A Flicker of Insight
By a guttering lamp I go over these pitiful pages
looking for any solecisms or Pontine lapses.
The guards at the gates are supposed to fend off the raids
of the Getic brutes on our outpost. I’m on guard as well,
alert to their subtle incursions, but weary, weary…
It’s not just a conceit: out here I am Rome.
– Ovid, Tristia III
A new Chinese restaurant opened down the street. Where I live, that’s exciting news. So I went. They have these little tea light holders on the tables.
(If you can’t see the image: it’s a tiny pagoda-shaped lamp with an electric light inside.)
The ‘candle’ inside is actually a battery-powered electric bulb inside a tealight-shaped plastic enclosure. The tealight holder itself is metal and glass. Made in China. I turned the holder over to see that it had been purchased at The Christmas Tree Shops. I can’t quite place my finger on what’s strange about a Chinese-made tealight holder being sold at The Christmas Tree Shops to the owner of a Chinese restaurant, but there’s something odd in that.
I tuned the tealight on and saw that it’s manufactured to flicker periodically, even though it’s an electric light. A lot more electric candles are being manufactured to flicker, I suppose to make them look more like wax candles.
In fact, the Lain word ‘candere‘ means “to flicker”. And it makes sense that Roman-era candles would flicker, since the Romans made candles from tallow, rendered animal fat. That’s why Ovid’s lamp ‘gutters’.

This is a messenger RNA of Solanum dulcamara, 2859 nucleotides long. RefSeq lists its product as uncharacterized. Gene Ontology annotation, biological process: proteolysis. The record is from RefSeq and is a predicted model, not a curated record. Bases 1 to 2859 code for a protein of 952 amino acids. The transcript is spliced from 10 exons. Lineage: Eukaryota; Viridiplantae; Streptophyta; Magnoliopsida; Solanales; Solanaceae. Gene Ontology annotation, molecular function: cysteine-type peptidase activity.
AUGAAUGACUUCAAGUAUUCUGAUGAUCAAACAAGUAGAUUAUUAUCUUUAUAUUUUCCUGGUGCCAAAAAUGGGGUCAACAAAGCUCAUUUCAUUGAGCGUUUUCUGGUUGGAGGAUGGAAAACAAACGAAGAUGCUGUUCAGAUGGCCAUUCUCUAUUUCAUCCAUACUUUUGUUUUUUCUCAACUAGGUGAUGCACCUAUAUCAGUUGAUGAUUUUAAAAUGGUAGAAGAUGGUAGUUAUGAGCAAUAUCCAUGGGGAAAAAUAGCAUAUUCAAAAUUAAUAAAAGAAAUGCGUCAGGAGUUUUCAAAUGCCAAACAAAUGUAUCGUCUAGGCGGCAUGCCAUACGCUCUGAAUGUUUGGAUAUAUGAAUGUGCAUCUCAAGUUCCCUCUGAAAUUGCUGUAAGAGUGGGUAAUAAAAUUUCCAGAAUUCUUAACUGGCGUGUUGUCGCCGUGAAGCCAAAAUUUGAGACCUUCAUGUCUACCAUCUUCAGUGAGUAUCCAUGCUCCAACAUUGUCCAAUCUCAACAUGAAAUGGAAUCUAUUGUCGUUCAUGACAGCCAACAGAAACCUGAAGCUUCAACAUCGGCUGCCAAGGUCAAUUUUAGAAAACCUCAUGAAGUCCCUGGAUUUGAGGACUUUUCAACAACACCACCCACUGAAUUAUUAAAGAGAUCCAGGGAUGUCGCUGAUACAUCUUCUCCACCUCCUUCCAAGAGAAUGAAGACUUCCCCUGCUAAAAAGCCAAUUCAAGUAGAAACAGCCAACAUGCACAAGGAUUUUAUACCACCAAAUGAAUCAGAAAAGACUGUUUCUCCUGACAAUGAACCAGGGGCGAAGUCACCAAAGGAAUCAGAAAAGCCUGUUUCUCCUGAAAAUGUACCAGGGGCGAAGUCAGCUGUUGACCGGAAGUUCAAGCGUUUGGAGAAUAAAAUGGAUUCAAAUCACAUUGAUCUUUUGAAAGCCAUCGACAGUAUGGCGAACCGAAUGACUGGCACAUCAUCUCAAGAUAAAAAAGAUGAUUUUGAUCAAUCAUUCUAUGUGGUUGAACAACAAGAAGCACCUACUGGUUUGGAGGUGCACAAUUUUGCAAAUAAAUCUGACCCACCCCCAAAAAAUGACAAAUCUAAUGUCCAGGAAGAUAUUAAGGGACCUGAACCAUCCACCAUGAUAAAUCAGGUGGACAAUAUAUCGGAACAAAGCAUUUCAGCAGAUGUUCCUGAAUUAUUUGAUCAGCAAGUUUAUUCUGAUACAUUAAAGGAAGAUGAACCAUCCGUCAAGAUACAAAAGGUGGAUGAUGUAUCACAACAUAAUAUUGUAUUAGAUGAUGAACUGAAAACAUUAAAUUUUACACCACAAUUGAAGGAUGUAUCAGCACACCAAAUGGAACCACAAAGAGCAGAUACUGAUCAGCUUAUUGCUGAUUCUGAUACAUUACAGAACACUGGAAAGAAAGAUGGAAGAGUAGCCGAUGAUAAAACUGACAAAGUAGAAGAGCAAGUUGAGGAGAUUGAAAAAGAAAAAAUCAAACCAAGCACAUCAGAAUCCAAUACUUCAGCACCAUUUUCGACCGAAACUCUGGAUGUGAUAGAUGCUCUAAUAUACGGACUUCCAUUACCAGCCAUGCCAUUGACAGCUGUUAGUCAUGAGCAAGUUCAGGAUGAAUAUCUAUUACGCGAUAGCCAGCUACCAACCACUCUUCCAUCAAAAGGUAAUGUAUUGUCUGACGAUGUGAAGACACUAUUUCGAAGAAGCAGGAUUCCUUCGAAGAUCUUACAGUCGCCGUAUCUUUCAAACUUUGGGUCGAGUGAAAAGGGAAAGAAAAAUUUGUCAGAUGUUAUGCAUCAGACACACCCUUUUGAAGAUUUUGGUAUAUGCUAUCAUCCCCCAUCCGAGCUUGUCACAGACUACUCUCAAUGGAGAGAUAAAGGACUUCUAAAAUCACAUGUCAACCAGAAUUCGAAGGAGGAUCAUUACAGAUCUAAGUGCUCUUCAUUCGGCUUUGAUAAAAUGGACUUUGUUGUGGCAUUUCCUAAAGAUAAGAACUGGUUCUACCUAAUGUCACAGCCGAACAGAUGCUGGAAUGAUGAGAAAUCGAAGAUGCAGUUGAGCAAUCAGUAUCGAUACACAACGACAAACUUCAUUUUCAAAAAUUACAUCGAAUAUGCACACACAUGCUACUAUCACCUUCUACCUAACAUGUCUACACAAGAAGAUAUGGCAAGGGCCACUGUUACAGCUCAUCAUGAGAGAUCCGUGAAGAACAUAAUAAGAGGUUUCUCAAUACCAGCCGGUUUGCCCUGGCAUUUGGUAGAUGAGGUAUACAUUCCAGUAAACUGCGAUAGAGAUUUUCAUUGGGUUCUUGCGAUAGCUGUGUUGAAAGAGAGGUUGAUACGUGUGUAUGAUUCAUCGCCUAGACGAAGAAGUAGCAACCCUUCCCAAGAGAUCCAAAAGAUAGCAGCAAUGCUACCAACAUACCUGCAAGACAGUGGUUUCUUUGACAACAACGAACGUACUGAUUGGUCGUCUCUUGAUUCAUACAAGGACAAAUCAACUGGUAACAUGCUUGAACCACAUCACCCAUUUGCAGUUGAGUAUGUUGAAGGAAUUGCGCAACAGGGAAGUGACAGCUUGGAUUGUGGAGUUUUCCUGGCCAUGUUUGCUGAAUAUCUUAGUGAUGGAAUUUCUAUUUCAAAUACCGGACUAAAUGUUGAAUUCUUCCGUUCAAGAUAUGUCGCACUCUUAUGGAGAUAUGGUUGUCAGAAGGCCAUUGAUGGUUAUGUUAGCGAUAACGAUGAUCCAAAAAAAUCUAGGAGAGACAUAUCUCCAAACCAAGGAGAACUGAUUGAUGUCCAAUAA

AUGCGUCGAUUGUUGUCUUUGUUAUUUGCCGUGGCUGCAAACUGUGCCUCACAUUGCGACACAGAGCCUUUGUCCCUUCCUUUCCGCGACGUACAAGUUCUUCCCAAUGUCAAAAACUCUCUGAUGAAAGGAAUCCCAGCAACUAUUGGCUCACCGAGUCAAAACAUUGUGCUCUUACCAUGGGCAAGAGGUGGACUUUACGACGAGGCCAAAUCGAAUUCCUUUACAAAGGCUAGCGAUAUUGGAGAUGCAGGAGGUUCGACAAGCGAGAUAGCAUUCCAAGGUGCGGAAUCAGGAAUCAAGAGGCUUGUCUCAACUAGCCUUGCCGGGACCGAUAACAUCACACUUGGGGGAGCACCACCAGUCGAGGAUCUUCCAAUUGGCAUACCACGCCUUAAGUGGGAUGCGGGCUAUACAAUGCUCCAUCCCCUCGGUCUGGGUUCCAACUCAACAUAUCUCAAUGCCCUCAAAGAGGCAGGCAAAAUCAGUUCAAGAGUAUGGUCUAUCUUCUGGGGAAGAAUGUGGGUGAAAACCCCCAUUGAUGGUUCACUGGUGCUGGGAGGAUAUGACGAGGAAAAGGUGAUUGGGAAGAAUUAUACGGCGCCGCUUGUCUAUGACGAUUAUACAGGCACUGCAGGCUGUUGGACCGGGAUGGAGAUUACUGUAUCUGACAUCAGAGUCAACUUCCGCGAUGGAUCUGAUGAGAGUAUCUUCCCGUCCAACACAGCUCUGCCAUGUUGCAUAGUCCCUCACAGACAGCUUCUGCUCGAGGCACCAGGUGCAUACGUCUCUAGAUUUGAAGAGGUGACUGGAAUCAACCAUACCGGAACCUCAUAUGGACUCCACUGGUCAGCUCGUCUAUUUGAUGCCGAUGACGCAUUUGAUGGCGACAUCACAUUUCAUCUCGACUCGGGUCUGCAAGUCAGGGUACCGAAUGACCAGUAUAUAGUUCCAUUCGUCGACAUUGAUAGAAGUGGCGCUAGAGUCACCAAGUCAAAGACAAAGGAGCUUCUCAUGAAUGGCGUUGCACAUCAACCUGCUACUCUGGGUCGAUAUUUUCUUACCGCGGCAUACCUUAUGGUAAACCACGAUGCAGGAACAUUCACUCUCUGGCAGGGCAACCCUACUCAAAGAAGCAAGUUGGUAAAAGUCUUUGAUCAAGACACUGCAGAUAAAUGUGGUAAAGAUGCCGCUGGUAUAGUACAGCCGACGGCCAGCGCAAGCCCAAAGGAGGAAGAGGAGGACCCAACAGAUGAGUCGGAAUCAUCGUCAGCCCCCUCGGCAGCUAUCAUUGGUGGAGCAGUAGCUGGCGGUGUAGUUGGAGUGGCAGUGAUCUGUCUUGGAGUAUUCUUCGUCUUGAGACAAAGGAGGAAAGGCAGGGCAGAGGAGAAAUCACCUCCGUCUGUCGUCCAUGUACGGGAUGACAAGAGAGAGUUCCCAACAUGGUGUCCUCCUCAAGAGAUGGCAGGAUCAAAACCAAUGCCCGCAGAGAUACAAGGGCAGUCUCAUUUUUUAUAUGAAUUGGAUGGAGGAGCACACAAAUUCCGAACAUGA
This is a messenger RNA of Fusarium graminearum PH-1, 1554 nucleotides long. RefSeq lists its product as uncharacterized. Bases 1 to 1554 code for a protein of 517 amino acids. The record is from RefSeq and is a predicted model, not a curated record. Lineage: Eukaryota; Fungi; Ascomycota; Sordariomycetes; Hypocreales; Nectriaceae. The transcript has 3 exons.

Over the centuries, people have burned a variety of waxes and oils for light – spermaceti, a wax from sperm whales; beeswax; soy oil. But most candles these days are made from paraffin, which comes from oil refining and is used not only to make candles, but also Crayola crayons, coating for some cheeses, ski wax and many other things.
Using lower-grades of refined paraffin or using a low-quality wick will yield candles that flicker frequently. But here’s the thing: good quality candles, such as ones that have some (expensive) beeswax mixed in, flicker very little as long as there are no drafts to disturb the flame (such as inside a tealight holder).
In other words, the manufacturers of those electric candles have added a flickering effect to make their lights look more like real wax candles, but by doing so, have only made their lights look like low-quality wax candles.
The music recording industry is doing something similar. Some bands are intentionally adding static and distortion to their recordings to make them sound like they were recorded on lower-quality equipment. It makes me wonder if high-definition TV broadcasters will start adding static and flicker to their signals to make the images look more like broadcast television.
I guess that if people are accustomed to low-quality candles, then an electric candle that does not flicker looks like a cheap knockoff in comparison, especially when electric candles that do flicker are available. I suppose that 10 or 20 years from now, some enterprising manufacturer might make a flickerless electric candle for upscale consumers who want an electric light that looks like a high-quality beeswax candle. Or maybe, someone will make a battery-powered tallow lamp that gutters and, thanks to tiny speakers and an aroma chamber, makes popping sounds and smokes and smells. Maybe a coil of wire could be added to make the light give off heat as well. Nothing less will suffice.